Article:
If only the world’s poor, starving masses understood the benefits of Quantitative Easing, they probably would not be rioting in the streets over rising food prices. We simply need to educate these people. Sure, the prices of wheat and corn are soaring, but so are the profits at Goldman Sachs.
These poor people just need to understand that debasing the world’s reserve currency serves a greater good. It’s not just about whether they can eat; it’s also about whether we Americans can weasel out of our massive debts.
The momentary food problems of the poor people over there –wherever they are – are a small price to pay for our resurgent economic activity over here. And remember, if we don’t make lots of money over here, we can’t send any handouts over there.
Such is the logic that seems to inspire Chairman Bernanke’s QE campaigns.
During this week’s Congressional hearings, the Chairman abided no connection whatsoever between Quantitative Easing and soaring food prices. Blame the weather, Bernanke suggested, or credit the economic recovery…or both.
Bernanke’s remarks before Congress echoed his defense of QE2 two weeks ago at the National Press Club in Washington. “Clearly what’s happening [to food prices] is not a dollar effect, it’s a growth effect,” Mr. Bernanke explained.
During that high-profile Q&A session, Bernanke completely rejected any connection between his dollar-debasing policies and the subsequent “re-pricing” of foodstuffs and other commodities. “It is entirely unfair to attribute excess demand pressures [in the emerging markets] to US monetary policy,” he insisted. “In some cases, some of the emerging markets are facing inflationary pressure because their own economies are growing faster than their own capacity.” Furthermore, the Chairman pointed out, “As people’s diets become more sophisticated, their demand for food and energy grows.”
Translation: It’s their problem; don’t blame me.
To be fair, Bernanke is at least half right; it is their problem…and it is a serious one. As to where the blame should fall, that’s open to dispute. Bernanke has already presented his defense, pro se, before the court of public opinion. On the other hand, the nifty little chart below testifies persuasively for the prosecution.
Agricultural commodity prices, as represented by the Rogers Agricultural Commodity ETF, seem to catch a stronger tailwind with each successive “QE” announcement.
Bernanke initially entered the bond-market-manipulation business back in March of 2009. The stock market was on its back, economic conditions were deflationary and fear was palpable. He announced that the Fed would buy $750 billion of mortgage-backed bonds, $100 billion of Fannie Mae and Freddie Mac securities, and $300 billion of long-term Treasury securities.
A handful of academics and a few fringy financial writers criticized this Zimbabwe-esque rescue effort. But most folks were happy to know that the Chairman was “doing something.” At the time, the something that he was doing seemed to most folks to be a necessary one-off. So they did not trouble themselves with the potential inflationary implications of this rescue effort.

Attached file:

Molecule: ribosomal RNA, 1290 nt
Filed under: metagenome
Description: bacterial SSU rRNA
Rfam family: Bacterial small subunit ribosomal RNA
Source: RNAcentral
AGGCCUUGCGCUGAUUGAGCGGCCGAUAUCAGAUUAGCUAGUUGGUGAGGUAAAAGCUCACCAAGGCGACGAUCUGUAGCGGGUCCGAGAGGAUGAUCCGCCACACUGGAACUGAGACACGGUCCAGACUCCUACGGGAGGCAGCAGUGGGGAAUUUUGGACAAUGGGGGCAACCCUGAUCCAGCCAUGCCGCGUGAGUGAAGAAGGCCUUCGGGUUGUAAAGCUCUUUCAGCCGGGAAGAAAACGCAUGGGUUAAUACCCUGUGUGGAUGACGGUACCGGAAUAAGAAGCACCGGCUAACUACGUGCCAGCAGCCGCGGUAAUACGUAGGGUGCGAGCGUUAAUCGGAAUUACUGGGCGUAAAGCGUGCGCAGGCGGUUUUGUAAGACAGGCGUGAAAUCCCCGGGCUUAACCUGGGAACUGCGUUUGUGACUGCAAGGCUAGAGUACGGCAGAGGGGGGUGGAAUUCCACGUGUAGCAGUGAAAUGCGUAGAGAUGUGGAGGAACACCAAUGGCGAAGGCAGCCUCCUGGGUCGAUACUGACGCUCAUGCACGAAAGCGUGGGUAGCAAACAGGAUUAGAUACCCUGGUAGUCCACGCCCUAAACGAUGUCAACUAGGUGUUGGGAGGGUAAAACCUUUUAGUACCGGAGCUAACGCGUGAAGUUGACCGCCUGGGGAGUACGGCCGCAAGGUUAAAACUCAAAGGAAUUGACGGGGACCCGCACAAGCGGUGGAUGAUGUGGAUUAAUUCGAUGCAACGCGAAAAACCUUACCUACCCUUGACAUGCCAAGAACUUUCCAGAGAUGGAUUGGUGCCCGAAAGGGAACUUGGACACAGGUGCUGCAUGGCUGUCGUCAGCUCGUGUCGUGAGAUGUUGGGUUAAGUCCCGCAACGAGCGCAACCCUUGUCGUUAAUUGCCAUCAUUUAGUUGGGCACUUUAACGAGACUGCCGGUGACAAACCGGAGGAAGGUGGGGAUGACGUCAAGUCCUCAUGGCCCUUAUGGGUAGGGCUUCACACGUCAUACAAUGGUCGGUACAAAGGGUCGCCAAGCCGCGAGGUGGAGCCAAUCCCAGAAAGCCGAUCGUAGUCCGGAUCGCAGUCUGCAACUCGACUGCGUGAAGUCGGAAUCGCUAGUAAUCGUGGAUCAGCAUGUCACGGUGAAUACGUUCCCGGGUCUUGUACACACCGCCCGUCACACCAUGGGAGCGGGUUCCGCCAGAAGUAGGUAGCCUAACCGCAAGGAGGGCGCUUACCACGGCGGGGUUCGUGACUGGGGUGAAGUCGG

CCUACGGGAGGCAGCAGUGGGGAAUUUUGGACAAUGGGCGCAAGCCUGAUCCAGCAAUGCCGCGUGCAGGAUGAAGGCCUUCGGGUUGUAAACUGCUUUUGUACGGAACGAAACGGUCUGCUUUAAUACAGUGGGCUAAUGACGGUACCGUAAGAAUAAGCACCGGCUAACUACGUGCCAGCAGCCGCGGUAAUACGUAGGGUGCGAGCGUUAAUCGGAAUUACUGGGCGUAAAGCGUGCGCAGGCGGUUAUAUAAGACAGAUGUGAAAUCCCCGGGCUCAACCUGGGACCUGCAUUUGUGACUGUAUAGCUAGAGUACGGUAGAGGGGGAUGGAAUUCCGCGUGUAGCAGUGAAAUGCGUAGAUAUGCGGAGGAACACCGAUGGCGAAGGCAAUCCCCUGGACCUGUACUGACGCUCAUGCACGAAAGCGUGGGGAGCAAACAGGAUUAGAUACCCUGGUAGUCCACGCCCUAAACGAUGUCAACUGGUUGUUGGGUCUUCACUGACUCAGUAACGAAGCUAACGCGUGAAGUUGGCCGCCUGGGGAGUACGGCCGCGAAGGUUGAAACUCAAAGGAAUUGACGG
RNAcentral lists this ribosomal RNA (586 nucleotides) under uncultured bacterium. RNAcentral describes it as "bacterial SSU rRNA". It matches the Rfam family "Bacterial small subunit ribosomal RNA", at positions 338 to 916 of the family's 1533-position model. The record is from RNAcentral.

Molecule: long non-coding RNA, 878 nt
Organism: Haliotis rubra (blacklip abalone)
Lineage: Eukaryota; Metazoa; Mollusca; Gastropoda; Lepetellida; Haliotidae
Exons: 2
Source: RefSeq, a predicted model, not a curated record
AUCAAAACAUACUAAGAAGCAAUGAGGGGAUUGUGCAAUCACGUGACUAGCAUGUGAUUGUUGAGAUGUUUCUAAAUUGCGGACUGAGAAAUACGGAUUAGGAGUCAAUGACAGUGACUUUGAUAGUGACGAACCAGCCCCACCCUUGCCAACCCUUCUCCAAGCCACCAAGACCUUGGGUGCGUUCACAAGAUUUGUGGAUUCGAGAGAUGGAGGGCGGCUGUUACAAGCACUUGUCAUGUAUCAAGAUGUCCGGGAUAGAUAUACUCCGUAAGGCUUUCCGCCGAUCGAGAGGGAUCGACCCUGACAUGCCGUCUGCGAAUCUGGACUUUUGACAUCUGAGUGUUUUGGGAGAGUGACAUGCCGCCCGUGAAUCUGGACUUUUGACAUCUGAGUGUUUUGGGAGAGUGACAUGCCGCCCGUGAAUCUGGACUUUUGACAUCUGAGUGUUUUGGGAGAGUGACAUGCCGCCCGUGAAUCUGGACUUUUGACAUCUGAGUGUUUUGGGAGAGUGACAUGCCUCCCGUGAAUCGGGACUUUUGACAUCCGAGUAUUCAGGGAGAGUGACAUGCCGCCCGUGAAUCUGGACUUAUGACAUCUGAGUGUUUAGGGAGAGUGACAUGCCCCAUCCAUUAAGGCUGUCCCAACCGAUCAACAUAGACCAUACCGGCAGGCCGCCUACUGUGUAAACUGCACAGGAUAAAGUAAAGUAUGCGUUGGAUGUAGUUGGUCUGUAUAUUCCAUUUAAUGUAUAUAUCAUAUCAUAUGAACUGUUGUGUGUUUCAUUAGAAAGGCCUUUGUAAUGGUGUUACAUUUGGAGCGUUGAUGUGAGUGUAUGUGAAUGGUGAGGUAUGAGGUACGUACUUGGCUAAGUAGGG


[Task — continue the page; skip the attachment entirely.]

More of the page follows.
Since Bernanke’s initial QE campaign seemed to go off without a hitch, he decided that more must be better. Thus, the initial QE campaign begat QE-lite in August of last year, which then begat QE2 in November.
With every step down this slippery slope toward dollar debasement, the commodity markets reacted ever more violently.Eric Fryfor The Daily Reckoning
Eric J. Fry, Agora Financial's Editorial Director, has been a specialist in international equities for nearly two decades. He was a professional portfolio manager for more than 10 years, specializing in international investment strategies and short-selling. Following his successes in professional money management, Mr. Fry joined the Wall Street-based publishing operations of James Grant, editor of the prestigious Grant's Interest Rate Observer. Working alongside Grant, Mr. Fry produced Grant's International and Apogee Research, institutional research products dedicated to international investment opportunities and short selling.
Mr. Fry subsequently joined Agora Inc., as Editorial Director. In this role, Mr. Fry supervises the editorial and research processes of numerous investment letters and services. Mr. Fry also publishes investment insights and commentary under his own byline as Editor of The Daily Reckoning. Mr. Fry authored the first comprehensive guide to investing internationally with American Depository Receipts. His views and investment insights have appeared in numerous publications including Time, Barron's, Wall Street Journal, International Herald Tribune, Business Week, USA Today, Los Angeles Times and Money.
Did Bernanke really make this statement?
“In some cases, some of the emerging markets are facing inflationary pressure because their own economies are growing faster than their own capacity.”
So a professor of ecconomics thinks that if an ecconomy grows faster than its own capacity it is not a sign of something seriously fishy?
I have to laugh at the sheer stupidity of the expression “growing faster than its own capacity”. How exactly is it happening, Mr. Bernanke? And since commodities are bid in an open INTERNATIONAL market, priced in DOLLARS, how exactly could that possibly happen? We are so freaking doomed…
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